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All of us know that sleep is an integral part of our daily lives. We cannot escape the fact that we need to go to bed at the end of the day. Sure, we can postpone the z’s and work or play until the early morning hours. Sometimes we even skip a night’s sleep here or there. But in the end, we have to get some sleep. For me, sleeping is not just a necessary part of my daily routine, but something I look forward to. I enjoy sleeping and I enjoy waking up feeling refreshed and ready for the new day. Do you? What are your thoughts on the matter? Do you ever think about sleep, or do you just accept it as part of life?

Today I will share some old wisdom and thoughts on sleep with you. What’s more, I will take some time to look at the things you should not think about when you prepare to embark on your nightly journey to Dreamland. Let’s take a look at how some of the big names throughout history thought about sleep.

Aristotle

I’m pretty sure most of you have heard this name before. Aristotle was one of Plato’s students and is responsible for laying the groundwork of western philosophy. Back in the day, he wrote musings about nearly anything that you can think of. Biology, history, geography, anthropology, mathematics and so much more. Aristotle also wrote a piece titled On Sleep and Sleeplessness. In this piece, he talks about the nature of sleep. He questions whether sleep is a man-made construct, or if it is natural to all mammals. The great philosopher goes on to ask if it is possible to go without sleep.

In the end, he comes to the conclusion that all animals have to sleep. Interestingly, he also came to the conclusion that plants cannot sleep. He reasons that only beings with sense-perception require sleep. However, recent scientific publications hint at the fact that plants can, in fact, since what is going on around them. So does that mean that plants sleep as well? Maybe in another generation or three, we’ll know the answer to that.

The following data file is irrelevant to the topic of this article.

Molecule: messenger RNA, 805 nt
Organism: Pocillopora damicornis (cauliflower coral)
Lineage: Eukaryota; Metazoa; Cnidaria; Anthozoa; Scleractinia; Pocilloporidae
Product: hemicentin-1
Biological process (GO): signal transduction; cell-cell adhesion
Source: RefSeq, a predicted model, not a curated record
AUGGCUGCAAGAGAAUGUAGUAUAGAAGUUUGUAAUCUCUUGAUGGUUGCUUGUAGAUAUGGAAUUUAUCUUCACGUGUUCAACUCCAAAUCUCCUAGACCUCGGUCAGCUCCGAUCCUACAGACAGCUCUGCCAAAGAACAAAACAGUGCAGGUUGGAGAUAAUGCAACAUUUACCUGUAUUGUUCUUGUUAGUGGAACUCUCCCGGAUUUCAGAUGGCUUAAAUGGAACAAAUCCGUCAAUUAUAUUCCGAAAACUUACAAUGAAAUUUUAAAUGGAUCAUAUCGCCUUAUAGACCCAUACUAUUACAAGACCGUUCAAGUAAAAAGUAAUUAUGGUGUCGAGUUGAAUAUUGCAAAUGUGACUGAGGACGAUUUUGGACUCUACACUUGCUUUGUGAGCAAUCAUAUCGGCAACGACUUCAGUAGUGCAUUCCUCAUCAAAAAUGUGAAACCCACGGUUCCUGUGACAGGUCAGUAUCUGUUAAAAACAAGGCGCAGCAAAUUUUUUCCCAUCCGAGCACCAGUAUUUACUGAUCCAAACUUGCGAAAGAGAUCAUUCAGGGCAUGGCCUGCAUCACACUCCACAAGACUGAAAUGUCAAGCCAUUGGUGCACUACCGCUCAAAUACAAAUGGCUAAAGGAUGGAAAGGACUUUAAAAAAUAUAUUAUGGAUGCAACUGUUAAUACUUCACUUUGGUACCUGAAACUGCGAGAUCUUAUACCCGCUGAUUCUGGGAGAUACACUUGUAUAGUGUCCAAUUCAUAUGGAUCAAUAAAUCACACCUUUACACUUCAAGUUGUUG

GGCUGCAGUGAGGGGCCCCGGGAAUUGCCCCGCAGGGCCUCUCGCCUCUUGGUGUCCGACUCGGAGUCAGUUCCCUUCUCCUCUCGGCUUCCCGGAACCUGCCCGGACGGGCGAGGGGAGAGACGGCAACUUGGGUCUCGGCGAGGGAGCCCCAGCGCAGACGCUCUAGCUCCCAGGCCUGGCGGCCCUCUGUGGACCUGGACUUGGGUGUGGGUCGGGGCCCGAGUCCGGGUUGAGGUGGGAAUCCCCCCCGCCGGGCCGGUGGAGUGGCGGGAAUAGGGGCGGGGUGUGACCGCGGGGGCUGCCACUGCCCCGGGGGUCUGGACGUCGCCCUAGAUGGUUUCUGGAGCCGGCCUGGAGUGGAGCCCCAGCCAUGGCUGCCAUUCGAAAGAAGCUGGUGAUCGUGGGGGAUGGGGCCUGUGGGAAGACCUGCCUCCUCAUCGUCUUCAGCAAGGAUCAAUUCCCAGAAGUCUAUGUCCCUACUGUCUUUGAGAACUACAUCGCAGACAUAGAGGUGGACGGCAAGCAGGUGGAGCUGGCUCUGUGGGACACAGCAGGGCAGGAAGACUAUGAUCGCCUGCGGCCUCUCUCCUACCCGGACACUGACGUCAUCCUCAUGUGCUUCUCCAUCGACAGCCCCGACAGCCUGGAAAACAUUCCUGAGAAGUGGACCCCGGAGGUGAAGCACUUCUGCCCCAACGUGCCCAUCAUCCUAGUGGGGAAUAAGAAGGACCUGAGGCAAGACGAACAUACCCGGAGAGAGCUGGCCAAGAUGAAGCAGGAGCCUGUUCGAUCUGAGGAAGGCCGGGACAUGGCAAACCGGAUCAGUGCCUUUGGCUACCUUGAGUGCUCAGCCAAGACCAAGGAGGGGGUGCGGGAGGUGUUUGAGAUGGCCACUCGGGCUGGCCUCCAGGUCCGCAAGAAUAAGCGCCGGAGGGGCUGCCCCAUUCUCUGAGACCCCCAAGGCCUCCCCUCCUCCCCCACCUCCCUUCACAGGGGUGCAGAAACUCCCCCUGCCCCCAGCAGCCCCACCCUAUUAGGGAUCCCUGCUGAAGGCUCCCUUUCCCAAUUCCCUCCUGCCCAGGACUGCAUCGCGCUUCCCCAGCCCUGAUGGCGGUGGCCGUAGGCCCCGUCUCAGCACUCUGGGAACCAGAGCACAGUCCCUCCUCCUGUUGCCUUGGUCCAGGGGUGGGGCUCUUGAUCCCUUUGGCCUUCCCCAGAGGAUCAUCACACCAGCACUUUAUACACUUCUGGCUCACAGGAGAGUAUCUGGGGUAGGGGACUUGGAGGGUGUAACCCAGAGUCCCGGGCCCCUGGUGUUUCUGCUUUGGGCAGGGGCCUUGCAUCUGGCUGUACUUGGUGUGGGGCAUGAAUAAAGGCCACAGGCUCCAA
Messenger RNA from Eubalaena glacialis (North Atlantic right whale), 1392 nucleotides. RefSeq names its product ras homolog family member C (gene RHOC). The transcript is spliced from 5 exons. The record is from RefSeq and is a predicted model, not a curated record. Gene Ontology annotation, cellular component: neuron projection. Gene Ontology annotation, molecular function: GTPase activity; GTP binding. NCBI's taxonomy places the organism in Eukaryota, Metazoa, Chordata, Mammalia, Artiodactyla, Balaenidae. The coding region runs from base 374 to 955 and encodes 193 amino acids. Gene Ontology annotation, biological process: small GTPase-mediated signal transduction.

But whether plants sleep or not is not really in question here. What we can certainly say is that Aristotle had insightful thoughts about sleep! His musings have guided many sleep research over the years, and it is sure to inspire many more scientists to ask questions about the reason and meaning behind sleep.

Ernest Hemingway

Born in 1899, Ernest Hemingway was not quite as influential on western philosophy as Aristotle. Nonetheless, he still did some remarkable things for English literature in his day. Author of For Whom the Bell Tolls and Old Man and the Sea (for which he won the Pulitzer price in 1953). Hemingway won the Nobel Prize in Literature for his contribution to storytelling and narrative techniques in 1954.

The famous author had various setbacks in his love life and turned to alcohol and adventure to numb out the pain. He had a couple of failed marriages and sustained many near death injuries on his forays into war-torn counties. No wonder his thoughts on sleep sounded like this: “I love to sleep. My life has the tendency to fall apart when I’m awake, you know?”

Mahatma Gandhi

Another famous name! Gandhi was an Indian civil rights activist that advocated violence free disobedience to British rule. In the end, Gandhi’s selfless struggle against the British empire led to India getting independence from Great Britain. Even though Gandhi died more than 70 years ago, his legacy still remains. Across the globe, human rights groups base their ideologies on Gandhi’s teachings.

Gandhi’s thoughts on sleep are quite radical. His stance on life was such that he lived from day to day. At the end of each day, he cleared the slate, forgave everyone that wronged him and went to sleep. Thus he never woke up with a grudge against anyone. How liberating must that be? To not be angry at anyone by the time you go to sleep? It sounds almost unreal. A true peacekeeper, this is what Gandhi had to say about sleep: “Each night, when I go to sleep, I die. And the next morning, when I wake up, I’m reborn”.

Leonardo da Vinci

One of the most well known Renaissance artists and inventors, the guy that painted Mona Lisa. Ever heard of him? Da Vince had extreme views on sleep. Did you know that he followed the Uberman sleep cycle? A form of polyphasic sleep where one takes a 20-minute nap every four hours. And nothing else. That is the only sleep he got in his later years. No wonder the man invented, painted and sculpted such a wide variety of marvels! If you do the math, sleeping for 20 minutes every four hours means that you only get two hours of sleep out of every 24 hour day. Incredible! If you want to read more on various sleep cycles, click here.